Also, the lack of finding of subordinate facts which will support a claim of record title in the defendant's decedents is contrary to the mandate of General Statutes 47-31(f) that the court "shall . . . render judgment determining the questions and disputes and quieting and settling the title to the property." Our Supreme Court in Faiola v. Faiola, 156 Conn. 12, 14, 238 A.2d 405 (1968) interpreted subsection (f) of 47-31 to require the court to make a detailed finding which gives support to its judgment. "Since the finding [for the defendant on record title] failed to set out any such subordinate facts, such a conclusion concerning actual title [cannot stand]." Loewenberg v. Wallace, supra, 695.
Furthermore, the trial court did not find that the defendant's decedents had adversely possessed the property by "clear and convincing evidence." Sands Associates v. Kios, 6 Conn. App. 84, 503 A.2d 179 (1986). There also was no evidence that the defendant's decedents had continuously possessed the property for any uninterrupted fifteen-year period, nor any evidence that they had occupied the entire parcel of the property. Such proof is necessary. Roche v. Fairfield, 186 Conn. 490, 442 A.2d 911 (1982). Therefore, the evidence as to the circumstances and conduct of the parties falls short of a standard required by our courts for adverse possession. The trial court's conclusion of adverse possession violates the law and cannot stand. See Boland v. Catalano, 202 Conn. 333, 337, 521 A.2d 142 (1987); Delfino v. Vealencis, 181 Conn. 533, 543, 436 A.2d 27 (1980).
Where a decision ignores a clearly applicable statute, as it does here, it is contrary to the law and cannot stand. Hartford Federal Savings Loan Assn. v. Tucker, 181 Conn. 607, 609, 436 A.2d 1259, cert. denied, 449 U.S. 956, 101 S.Ct. 363, 66 L.Ed.2d 221 (1980); Pelletier v. White, 33 Conn. Sup. 769, 772, 371 A.2d 1068 (1976). Moreover, the erroneous failure to apply relevant law was material to the case. See Johnson v. Zoning Board of Appeals, 156 Conn. 622, 624, 238 A.2d 413 (1968).
As a result of the inconsistent judgments rendered by the trial court, and the failure to apply the law properly, we must vacate the entire judgment of the court below and remand for a new trial. See New Haven v. Public Utilities Commission, 165 Conn. 687, 717, 345 A.2d 563 (1974); Buckley v. Webb, 143 Conn. 309, 315, 122 A.2d 220 (1956).
Although a new trial is necessary, we will discuss the evidentiary issue of the admission of claimed hearsay statements because it is likely to arise at the new trial. State v. Vinal, 198 Conn. 644, 652-53, 504 A.2d 1364 (1986).
The plaintiff claims that the trial court erred in admitting four hearsay statements into evidence. The hearsay statements objected to were: (1) the testimony of Robert Esposito that his father, Pasquale Esposito, Sr., now deceased, showed him the boundaries of the property when Robert Esposito was a boy; (2) the testimony of Robert Esposito that his father and mother told him of the historical use of the travelway which led to a barway in a stonewall; (3) the further testimony of Robert Esposito as to what his father told him of the use of land to the north of the stonewall; and (4) the testimony of Pasquale Esposito, Jr., and Robert Esposito that their father told them that the plaintiff and a third person came to the premises approximately thirty years ago and asked if they could buy "that triangle to straighten their boundary out." The plaintiff argues that under General Statutes 52-172 and interpretive case law, these statements were inadmissible. We agree.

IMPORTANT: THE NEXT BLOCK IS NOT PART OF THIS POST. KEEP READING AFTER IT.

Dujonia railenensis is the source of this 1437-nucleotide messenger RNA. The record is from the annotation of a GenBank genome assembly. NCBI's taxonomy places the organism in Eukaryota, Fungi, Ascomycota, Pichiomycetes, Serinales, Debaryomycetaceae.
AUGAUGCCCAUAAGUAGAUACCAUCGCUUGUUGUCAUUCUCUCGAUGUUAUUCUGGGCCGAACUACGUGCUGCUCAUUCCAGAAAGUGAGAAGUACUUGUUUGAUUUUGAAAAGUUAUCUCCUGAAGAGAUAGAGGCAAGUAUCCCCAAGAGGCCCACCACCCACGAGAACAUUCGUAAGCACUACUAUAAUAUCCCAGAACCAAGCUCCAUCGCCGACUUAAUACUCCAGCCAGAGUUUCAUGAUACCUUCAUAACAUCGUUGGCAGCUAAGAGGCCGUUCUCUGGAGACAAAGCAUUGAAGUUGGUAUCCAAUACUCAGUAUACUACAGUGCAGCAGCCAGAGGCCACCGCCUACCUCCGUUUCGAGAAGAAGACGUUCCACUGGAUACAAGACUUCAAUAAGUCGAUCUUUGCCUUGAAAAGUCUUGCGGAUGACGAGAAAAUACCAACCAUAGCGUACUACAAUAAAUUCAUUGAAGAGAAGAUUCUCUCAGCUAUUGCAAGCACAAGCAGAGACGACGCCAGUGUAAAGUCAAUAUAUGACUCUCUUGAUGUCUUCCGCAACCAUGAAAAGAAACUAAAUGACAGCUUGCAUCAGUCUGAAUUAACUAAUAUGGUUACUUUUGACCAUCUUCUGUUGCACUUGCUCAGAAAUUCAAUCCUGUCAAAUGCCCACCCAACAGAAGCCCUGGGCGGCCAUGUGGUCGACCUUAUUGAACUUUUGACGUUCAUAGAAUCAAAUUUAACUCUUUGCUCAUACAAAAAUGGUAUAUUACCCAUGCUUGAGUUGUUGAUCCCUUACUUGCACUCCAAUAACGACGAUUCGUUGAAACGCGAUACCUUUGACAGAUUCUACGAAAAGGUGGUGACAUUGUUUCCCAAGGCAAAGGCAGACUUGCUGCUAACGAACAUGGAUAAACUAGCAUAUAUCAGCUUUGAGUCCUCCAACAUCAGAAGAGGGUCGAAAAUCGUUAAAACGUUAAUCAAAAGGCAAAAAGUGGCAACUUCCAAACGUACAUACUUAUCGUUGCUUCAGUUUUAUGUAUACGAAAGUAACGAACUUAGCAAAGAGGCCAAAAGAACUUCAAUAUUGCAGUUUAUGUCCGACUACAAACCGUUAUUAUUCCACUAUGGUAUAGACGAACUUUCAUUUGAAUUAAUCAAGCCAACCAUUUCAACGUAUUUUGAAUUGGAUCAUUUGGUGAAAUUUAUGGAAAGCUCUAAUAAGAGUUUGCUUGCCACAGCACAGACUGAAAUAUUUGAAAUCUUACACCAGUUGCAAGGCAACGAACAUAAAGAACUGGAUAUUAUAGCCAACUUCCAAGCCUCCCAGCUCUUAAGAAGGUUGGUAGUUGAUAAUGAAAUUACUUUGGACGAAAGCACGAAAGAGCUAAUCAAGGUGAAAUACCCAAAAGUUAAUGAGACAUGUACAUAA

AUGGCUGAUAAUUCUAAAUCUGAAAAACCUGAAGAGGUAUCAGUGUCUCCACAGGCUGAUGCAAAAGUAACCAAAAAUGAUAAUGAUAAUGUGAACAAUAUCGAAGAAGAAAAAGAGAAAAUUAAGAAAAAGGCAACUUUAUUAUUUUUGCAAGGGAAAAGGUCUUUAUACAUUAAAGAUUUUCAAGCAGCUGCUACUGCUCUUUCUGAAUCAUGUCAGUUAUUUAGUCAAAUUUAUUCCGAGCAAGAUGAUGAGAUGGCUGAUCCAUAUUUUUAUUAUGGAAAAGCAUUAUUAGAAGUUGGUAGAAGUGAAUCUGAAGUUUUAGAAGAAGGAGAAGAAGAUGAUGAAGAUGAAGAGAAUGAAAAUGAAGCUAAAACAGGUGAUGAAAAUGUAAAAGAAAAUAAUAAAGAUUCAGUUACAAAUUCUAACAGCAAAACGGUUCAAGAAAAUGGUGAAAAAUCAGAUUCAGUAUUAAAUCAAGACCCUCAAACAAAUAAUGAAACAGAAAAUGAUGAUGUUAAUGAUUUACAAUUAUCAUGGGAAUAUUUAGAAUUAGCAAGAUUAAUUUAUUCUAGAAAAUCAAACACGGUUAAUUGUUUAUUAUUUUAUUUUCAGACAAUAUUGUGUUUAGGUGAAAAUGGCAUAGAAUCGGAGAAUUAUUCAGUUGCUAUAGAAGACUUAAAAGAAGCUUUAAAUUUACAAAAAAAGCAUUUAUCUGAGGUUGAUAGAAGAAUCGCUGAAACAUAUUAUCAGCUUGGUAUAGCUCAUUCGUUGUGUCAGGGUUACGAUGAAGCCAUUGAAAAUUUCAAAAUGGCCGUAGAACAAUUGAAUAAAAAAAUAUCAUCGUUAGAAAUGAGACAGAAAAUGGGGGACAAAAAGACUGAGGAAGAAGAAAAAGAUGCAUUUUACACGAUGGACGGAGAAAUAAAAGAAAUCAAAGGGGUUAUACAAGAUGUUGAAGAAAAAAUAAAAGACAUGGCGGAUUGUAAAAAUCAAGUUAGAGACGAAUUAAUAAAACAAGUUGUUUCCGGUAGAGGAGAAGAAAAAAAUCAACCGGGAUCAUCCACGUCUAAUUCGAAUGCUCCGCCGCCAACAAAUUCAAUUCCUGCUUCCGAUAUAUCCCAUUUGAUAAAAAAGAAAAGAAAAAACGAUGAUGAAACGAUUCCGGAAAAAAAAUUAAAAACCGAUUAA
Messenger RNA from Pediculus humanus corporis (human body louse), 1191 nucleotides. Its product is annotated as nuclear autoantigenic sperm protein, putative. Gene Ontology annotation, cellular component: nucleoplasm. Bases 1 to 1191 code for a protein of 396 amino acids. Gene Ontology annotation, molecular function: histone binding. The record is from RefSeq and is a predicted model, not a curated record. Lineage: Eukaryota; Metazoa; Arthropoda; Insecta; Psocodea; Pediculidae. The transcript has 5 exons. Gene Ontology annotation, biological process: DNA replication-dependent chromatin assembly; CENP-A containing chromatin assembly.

General Statutes 52-172 governs the admissibility of a deceased party's statements. Section 52-172 provides in pertinent part: "In actions by or against the representatives of deceased persons . . . declarations of the deceased, relevant to the matter in issue, may be received as evidence." In Putnam, Coffin Burr, Inc. v. Halpern, 154 Conn. 507, 514, 227 A.2d 83 (1967), our Supreme Court clarified the admissibility of declarations concerning land boundaries with reference to 52-172. The Halpern court reaffirmed the controlling factors, stating: "`Declarations as to the location of ancient boundaries are hearsay, and are not admissible in evidence unless it appears (1) that the declarant is dead, (2) that he would be qualified as a witness to testify if present, and especially that he had peculiar means of knowing the boundary, (3) that the statement was made before the controversy in suit arose, and (4) that he had no interest to misrepresent the truth in making the declaration.' Mentz v. Greenwich, 118 Conn. 137, 144, 171 A. 10; Borden v. Westport, 105 Conn. 139, 149, 134 A. 803; Turgeon v. Woodward, 83 Conn. 537, 541, 78 A. 577." Putnam, Coffin Burr, Inc. v. Halpern, supra.
Although the first three factors are present here, the fourth factor concerning lack of interest in misrepresenting the truth is not present. "`By "no interest to misrepresent" is meant freedom from selfish motive or self-interest, or personal advantage; disinterested not merely in the sense of having no pecuniary interest, but in the broader sense of being absolutely impartial and indifferent to the controversy on trial. . . . From earliest times we have excluded the declaration of the deceased owner of land as to his own boundary, for the reason that he was interested, and so the source of his title would forbid confidence to be placed in it. . . . For like reason, we have held similar declarations of one from whom the claimant derives title, to be inadmissible.' Turgeon v. Woodward, supra, 542." Putnam, Coffin Burr, Inc. v. Halpern, supra. Each of the statements of Pasquale Esposito, Sr., deceased, to his sons Robert Esposito and Pasquale Esposito, Jr., were tainted by his "interest to misrepresent the truth in making the declaration." The requisite disinterest to misrepresent the truth of the deceased declarant did not exist and, therefore, it was error for the trial court to admit the hearsay statements objected to by the plaintiff. The court, in concluding that the plaintiff did not have record title may have relied, at least in part, on the erroneously admitted testimony. We cannot determine whether the trial court would have reached the same result without this evidence. The ruling was unquestionably harmful. Putnam, Coffin Burr, Inc. v. Halpern, supra, 516-17.